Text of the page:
The operating of rotating electric machines is based on the very well known laws of electric and magnetic fields. The key role in the operation of elelctric machines is played by windings. To understand what a winding of a rotating electric machine is, let’s consider Figure 1, which depicts a simplified scheme of an electric machine.
An electric machine consists of a rotor, stator and windings. As you can see in Figure 1, the stator S has a cylindrical shape, a rotor R, which rotates inside stator. The rotor and stator consist of the magnetic core, some special insulations and windings – and these create a magnetic flux.
The rotor can be connected to the mechanical load or generator. The windings have a special mission to carry electric current to generate magnetic fields, and to provide current to the loop and create a loop for inducing EMF voltages. The magnetic fields induced on the rotor and stator are essential, and these fields make the rotor turn inside stator.
Electric machines can be characterised by the purpose of windings. If the windings carry only load current, then the winding is called armature. If the current flows to provide a magnetic field, and to flow to the load, then the windings are field windings.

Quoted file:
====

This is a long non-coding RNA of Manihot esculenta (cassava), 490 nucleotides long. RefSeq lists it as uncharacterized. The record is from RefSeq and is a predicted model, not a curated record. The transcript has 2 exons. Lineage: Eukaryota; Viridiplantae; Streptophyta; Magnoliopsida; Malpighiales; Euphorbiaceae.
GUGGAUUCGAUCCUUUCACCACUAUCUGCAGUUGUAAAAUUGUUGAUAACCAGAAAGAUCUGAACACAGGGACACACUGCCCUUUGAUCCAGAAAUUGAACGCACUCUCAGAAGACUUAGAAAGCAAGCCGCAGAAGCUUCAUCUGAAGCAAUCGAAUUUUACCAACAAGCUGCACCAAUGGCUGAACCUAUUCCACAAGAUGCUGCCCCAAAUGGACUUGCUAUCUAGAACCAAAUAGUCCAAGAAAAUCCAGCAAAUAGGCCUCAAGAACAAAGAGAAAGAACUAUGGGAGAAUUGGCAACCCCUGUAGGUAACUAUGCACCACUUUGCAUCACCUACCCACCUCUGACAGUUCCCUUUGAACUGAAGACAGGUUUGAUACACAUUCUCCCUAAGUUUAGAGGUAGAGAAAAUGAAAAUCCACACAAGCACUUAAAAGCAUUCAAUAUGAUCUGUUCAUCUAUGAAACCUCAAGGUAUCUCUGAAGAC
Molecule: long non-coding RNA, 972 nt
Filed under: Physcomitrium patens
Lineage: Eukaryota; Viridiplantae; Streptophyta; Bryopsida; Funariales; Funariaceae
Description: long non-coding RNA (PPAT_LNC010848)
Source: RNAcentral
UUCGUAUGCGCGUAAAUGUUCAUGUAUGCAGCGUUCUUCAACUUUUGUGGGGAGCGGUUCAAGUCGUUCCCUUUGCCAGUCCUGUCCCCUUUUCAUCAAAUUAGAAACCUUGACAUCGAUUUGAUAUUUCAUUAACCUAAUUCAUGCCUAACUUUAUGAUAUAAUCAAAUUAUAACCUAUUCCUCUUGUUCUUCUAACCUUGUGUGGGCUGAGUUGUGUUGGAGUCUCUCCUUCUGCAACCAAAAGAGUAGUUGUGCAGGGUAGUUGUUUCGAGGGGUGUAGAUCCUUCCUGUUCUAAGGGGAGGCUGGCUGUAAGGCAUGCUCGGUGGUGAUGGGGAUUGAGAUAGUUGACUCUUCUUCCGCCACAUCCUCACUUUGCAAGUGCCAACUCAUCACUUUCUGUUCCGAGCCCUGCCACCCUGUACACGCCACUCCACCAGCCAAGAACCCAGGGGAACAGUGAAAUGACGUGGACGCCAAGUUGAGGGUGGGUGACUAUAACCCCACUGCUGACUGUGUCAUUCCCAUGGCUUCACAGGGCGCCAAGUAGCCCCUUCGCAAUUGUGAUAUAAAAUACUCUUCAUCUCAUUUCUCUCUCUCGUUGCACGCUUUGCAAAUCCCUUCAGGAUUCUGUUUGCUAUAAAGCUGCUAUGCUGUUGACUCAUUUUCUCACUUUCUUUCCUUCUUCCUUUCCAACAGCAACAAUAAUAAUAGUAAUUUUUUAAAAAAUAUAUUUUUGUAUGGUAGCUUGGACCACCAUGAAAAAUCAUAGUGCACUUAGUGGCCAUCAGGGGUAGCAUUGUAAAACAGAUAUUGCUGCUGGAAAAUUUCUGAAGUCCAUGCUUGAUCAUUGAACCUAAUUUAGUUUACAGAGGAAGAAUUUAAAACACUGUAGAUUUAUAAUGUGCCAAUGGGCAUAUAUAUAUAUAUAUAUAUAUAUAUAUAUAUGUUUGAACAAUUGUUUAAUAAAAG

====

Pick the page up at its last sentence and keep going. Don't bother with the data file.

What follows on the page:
In synchronous machines separate windings carry field and armature currents. In induction electric machines the same winding carries field and armature currents – this winding is called the input winding, or primary. The secondary winding is the output. The electric machines can also be classified from the point of view of the energy conversion. Generators are machines converting mechanical energy to electrical impulses. Motors are machines converting electrical energy to mechanical motion.
The type of excitation of electric machine winding creates the following classification of rotating electric machines:
Direct-current machines – where the DC is in both stator and rotor windings.
Synchronous machines – where the AC current is in one winding and DC is in the other.
Induction machines – where AC current is in both windings.